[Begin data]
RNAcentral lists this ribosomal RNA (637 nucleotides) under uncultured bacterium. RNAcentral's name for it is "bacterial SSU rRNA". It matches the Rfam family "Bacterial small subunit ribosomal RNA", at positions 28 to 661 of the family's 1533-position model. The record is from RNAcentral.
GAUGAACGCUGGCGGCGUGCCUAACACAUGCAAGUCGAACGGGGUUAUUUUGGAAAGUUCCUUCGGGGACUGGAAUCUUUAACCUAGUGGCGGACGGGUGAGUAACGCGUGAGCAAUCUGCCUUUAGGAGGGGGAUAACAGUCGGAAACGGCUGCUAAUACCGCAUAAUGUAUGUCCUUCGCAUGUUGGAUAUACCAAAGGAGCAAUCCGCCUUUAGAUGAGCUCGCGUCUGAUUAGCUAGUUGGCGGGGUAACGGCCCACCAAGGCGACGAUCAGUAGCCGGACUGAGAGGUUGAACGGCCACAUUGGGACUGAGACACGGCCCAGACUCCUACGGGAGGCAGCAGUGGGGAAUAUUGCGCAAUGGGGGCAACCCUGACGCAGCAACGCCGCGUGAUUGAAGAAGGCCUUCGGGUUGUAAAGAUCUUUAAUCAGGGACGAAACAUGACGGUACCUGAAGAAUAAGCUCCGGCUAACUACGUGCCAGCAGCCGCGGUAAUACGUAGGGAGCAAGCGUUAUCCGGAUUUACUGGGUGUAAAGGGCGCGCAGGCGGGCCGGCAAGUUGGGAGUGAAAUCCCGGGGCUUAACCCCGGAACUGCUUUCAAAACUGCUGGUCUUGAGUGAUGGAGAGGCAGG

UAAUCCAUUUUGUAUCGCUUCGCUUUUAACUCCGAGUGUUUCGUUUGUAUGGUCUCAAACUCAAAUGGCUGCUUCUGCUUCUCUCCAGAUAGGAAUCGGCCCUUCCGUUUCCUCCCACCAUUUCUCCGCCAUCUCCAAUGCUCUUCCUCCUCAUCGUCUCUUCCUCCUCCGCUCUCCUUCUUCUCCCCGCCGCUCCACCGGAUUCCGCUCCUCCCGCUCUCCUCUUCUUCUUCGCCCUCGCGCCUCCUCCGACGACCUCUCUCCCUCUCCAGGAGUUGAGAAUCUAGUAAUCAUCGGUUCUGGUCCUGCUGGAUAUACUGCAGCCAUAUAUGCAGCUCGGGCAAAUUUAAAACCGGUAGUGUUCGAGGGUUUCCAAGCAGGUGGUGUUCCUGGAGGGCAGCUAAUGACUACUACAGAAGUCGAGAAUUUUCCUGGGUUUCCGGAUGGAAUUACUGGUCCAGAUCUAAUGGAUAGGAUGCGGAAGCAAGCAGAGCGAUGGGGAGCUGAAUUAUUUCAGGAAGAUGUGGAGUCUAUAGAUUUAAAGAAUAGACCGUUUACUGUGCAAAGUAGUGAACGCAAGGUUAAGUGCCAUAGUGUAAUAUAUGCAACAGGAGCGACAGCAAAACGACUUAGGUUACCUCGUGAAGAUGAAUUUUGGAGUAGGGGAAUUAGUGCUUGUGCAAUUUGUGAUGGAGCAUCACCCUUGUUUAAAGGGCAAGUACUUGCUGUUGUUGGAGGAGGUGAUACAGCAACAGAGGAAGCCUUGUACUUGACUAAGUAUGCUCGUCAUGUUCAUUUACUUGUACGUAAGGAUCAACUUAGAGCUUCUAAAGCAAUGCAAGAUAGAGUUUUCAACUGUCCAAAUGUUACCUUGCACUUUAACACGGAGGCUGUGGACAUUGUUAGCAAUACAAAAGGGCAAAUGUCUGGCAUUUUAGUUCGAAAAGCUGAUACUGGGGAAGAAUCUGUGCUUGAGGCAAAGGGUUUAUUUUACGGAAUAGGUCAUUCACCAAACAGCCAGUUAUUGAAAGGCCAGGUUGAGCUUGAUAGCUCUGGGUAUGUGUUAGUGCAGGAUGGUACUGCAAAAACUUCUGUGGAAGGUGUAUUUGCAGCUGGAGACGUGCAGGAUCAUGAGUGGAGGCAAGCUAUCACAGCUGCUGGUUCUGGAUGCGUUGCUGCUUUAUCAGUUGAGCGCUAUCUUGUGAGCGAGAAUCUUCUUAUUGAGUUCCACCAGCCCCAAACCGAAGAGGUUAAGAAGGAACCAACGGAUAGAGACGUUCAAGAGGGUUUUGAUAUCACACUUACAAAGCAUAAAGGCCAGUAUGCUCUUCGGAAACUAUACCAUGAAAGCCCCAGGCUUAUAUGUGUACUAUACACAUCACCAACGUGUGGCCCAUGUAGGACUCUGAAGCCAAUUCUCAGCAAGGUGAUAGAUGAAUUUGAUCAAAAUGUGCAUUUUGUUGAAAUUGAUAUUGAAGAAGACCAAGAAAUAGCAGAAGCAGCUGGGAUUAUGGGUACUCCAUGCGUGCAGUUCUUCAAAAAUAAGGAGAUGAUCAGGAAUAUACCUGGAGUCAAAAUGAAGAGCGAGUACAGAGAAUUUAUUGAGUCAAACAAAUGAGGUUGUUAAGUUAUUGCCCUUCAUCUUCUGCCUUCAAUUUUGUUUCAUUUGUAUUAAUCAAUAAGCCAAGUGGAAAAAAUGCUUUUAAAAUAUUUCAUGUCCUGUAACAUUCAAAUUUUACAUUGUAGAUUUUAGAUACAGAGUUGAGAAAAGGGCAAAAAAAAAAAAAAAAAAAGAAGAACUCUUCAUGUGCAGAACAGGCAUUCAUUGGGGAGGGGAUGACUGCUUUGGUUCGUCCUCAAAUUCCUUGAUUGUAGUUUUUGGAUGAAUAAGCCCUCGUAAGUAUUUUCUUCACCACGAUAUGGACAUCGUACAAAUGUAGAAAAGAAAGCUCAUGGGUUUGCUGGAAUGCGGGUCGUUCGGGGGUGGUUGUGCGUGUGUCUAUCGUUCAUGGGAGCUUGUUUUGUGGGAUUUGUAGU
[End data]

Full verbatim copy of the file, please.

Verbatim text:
RNAcentral lists this ribosomal RNA (637 nucleotides) under uncultured bacterium. RNAcentral's name for it is "bacterial SSU rRNA". It matches the Rfam family "Bacterial small subunit ribosomal RNA", at positions 28 to 661 of the family's 1533-position model. The record is from RNAcentral.
GAUGAACGCUGGCGGCGUGCCUAACACAUGCAAGUCGAACGGGGUUAUUUUGGAAAGUUCCUUCGGGGACUGGAAUCUUUAACCUAGUGGCGGACGGGUGAGUAACGCGUGAGCAAUCUGCCUUUAGGAGGGGGAUAACAGUCGGAAACGGCUGCUAAUACCGCAUAAUGUAUGUCCUUCGCAUGUUGGAUAUACCAAAGGAGCAAUCCGCCUUUAGAUGAGCUCGCGUCUGAUUAGCUAGUUGGCGGGGUAACGGCCCACCAAGGCGACGAUCAGUAGCCGGACUGAGAGGUUGAACGGCCACAUUGGGACUGAGACACGGCCCAGACUCCUACGGGAGGCAGCAGUGGGGAAUAUUGCGCAAUGGGGGCAACCCUGACGCAGCAACGCCGCGUGAUUGAAGAAGGCCUUCGGGUUGUAAAGAUCUUUAAUCAGGGACGAAACAUGACGGUACCUGAAGAAUAAGCUCCGGCUAACUACGUGCCAGCAGCCGCGGUAAUACGUAGGGAGCAAGCGUUAUCCGGAUUUACUGGGUGUAAAGGGCGCGCAGGCGGGCCGGCAAGUUGGGAGUGAAAUCCCGGGGCUUAACCCCGGAACUGCUUUCAAAACUGCUGGUCUUGAGUGAUGGAGAGGCAGG

UAAUCCAUUUUGUAUCGCUUCGCUUUUAACUCCGAGUGUUUCGUUUGUAUGGUCUCAAACUCAAAUGGCUGCUUCUGCUUCUCUCCAGAUAGGAAUCGGCCCUUCCGUUUCCUCCCACCAUUUCUCCGCCAUCUCCAAUGCUCUUCCUCCUCAUCGUCUCUUCCUCCUCCGCUCUCCUUCUUCUCCCCGCCGCUCCACCGGAUUCCGCUCCUCCCGCUCUCCUCUUCUUCUUCGCCCUCGCGCCUCCUCCGACGACCUCUCUCCCUCUCCAGGAGUUGAGAAUCUAGUAAUCAUCGGUUCUGGUCCUGCUGGAUAUACUGCAGCCAUAUAUGCAGCUCGGGCAAAUUUAAAACCGGUAGUGUUCGAGGGUUUCCAAGCAGGUGGUGUUCCUGGAGGGCAGCUAAUGACUACUACAGAAGUCGAGAAUUUUCCUGGGUUUCCGGAUGGAAUUACUGGUCCAGAUCUAAUGGAUAGGAUGCGGAAGCAAGCAGAGCGAUGGGGAGCUGAAUUAUUUCAGGAAGAUGUGGAGUCUAUAGAUUUAAAGAAUAGACCGUUUACUGUGCAAAGUAGUGAACGCAAGGUUAAGUGCCAUAGUGUAAUAUAUGCAACAGGAGCGACAGCAAAACGACUUAGGUUACCUCGUGAAGAUGAAUUUUGGAGUAGGGGAAUUAGUGCUUGUGCAAUUUGUGAUGGAGCAUCACCCUUGUUUAAAGGGCAAGUACUUGCUGUUGUUGGAGGAGGUGAUACAGCAACAGAGGAAGCCUUGUACUUGACUAAGUAUGCUCGUCAUGUUCAUUUACUUGUACGUAAGGAUCAACUUAGAGCUUCUAAAGCAAUGCAAGAUAGAGUUUUCAACUGUCCAAAUGUUACCUUGCACUUUAACACGGAGGCUGUGGACAUUGUUAGCAAUACAAAAGGGCAAAUGUCUGGCAUUUUAGUUCGAAAAGCUGAUACUGGGGAAGAAUCUGUGCUUGAGGCAAAGGGUUUAUUUUACGGAAUAGGUCAUUCACCAAACAGCCAGUUAUUGAAAGGCCAGGUUGAGCUUGAUAGCUCUGGGUAUGUGUUAGUGCAGGAUGGUACUGCAAAAACUUCUGUGGAAGGUGUAUUUGCAGCUGGAGACGUGCAGGAUCAUGAGUGGAGGCAAGCUAUCACAGCUGCUGGUUCUGGAUGCGUUGCUGCUUUAUCAGUUGAGCGCUAUCUUGUGAGCGAGAAUCUUCUUAUUGAGUUCCACCAGCCCCAAACCGAAGAGGUUAAGAAGGAACCAACGGAUAGAGACGUUCAAGAGGGUUUUGAUAUCACACUUACAAAGCAUAAAGGCCAGUAUGCUCUUCGGAAACUAUACCAUGAAAGCCCCAGGCUUAUAUGUGUACUAUACACAUCACCAACGUGUGGCCCAUGUAGGACUCUGAAGCCAAUUCUCAGCAAGGUGAUAGAUGAAUUUGAUCAAAAUGUGCAUUUUGUUGAAAUUGAUAUUGAAGAAGACCAAGAAAUAGCAGAAGCAGCUGGGAUUAUGGGUACUCCAUGCGUGCAGUUCUUCAAAAAUAAGGAGAUGAUCAGGAAUAUACCUGGAGUCAAAAUGAAGAGCGAGUACAGAGAAUUUAUUGAGUCAAACAAAUGAGGUUGUUAAGUUAUUGCCCUUCAUCUUCUGCCUUCAAUUUUGUUUCAUUUGUAUUAAUCAAUAAGCCAAGUGGAAAAAAUGCUUUUAAAAUAUUUCAUGUCCUGUAACAUUCAAAUUUUACAUUGUAGAUUUUAGAUACAGAGUUGAGAAAAGGGCAAAAAAAAAAAAAAAAAAAGAAGAACUCUUCAUGUGCAGAACAGGCAUUCAUUGGGGAGGGGAUGACUGCUUUGGUUCGUCCUCAAAUUCCUUGAUUGUAGUUUUUGGAUGAAUAAGCCCUCGUAAGUAUUUUCUUCACCACGAUAUGGACAUCGUACAAAUGUAGAAAAGAAAGCUCAUGGGUUUGCUGGAAUGCGGGUCGUUCGGGGGUGGUUGUGCGUGUGUCUAUCGUUCAUGGGAGCUUGUUUUGUGGGAUUUGUAGU